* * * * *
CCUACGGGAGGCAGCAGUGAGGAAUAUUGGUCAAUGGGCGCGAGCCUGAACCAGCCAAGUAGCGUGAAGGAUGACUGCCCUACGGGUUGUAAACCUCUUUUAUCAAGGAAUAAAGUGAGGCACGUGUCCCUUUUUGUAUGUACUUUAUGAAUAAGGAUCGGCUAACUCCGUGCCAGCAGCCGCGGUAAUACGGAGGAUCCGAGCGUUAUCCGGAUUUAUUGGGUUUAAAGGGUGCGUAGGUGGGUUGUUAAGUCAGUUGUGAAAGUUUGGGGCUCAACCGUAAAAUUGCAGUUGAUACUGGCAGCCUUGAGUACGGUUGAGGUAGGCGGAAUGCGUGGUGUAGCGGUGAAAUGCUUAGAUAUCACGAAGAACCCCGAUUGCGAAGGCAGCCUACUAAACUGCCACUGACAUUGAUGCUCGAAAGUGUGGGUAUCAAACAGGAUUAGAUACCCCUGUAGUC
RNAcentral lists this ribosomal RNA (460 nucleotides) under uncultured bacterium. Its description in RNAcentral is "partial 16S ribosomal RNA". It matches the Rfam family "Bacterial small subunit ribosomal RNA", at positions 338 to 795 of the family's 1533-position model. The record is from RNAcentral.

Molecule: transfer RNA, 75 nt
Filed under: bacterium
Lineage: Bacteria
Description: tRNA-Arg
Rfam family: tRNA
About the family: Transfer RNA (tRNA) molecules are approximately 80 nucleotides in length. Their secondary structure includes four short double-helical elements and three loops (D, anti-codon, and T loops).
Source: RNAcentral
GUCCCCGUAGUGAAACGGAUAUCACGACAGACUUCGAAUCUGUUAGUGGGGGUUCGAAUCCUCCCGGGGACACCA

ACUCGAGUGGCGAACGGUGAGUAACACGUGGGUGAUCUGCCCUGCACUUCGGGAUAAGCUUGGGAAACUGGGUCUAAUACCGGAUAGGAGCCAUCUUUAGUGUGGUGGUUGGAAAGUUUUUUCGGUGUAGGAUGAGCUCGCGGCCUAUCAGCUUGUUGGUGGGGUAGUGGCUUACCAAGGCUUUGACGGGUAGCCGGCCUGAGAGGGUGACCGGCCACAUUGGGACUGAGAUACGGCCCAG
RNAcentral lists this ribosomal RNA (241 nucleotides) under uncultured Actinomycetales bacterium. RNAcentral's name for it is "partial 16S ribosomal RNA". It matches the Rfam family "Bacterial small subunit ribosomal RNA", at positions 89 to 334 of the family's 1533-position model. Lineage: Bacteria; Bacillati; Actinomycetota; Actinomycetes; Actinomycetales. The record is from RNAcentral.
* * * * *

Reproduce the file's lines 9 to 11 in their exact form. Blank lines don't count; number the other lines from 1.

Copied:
Source: RNAcentral
GUCCCCGUAGUGAAACGGAUAUCACGACAGACUUCGAAUCUGUUAGUGGGGGUUCGAAUCCUCCCGGGGACACCA

ACUCGAGUGGCGAACGGUGAGUAACACGUGGGUGAUCUGCCCUGCACUUCGGGAUAAGCUUGGGAAACUGGGUCUAAUACCGGAUAGGAGCCAUCUUUAGUGUGGUGGUUGGAAAGUUUUUUCGGUGUAGGAUGAGCUCGCGGCCUAUCAGCUUGUUGGUGGGGUAGUGGCUUACCAAGGCUUUGACGGGUAGCCGGCCUGAGAGGGUGACCGGCCACAUUGGGACUGAGAUACGGCCCAG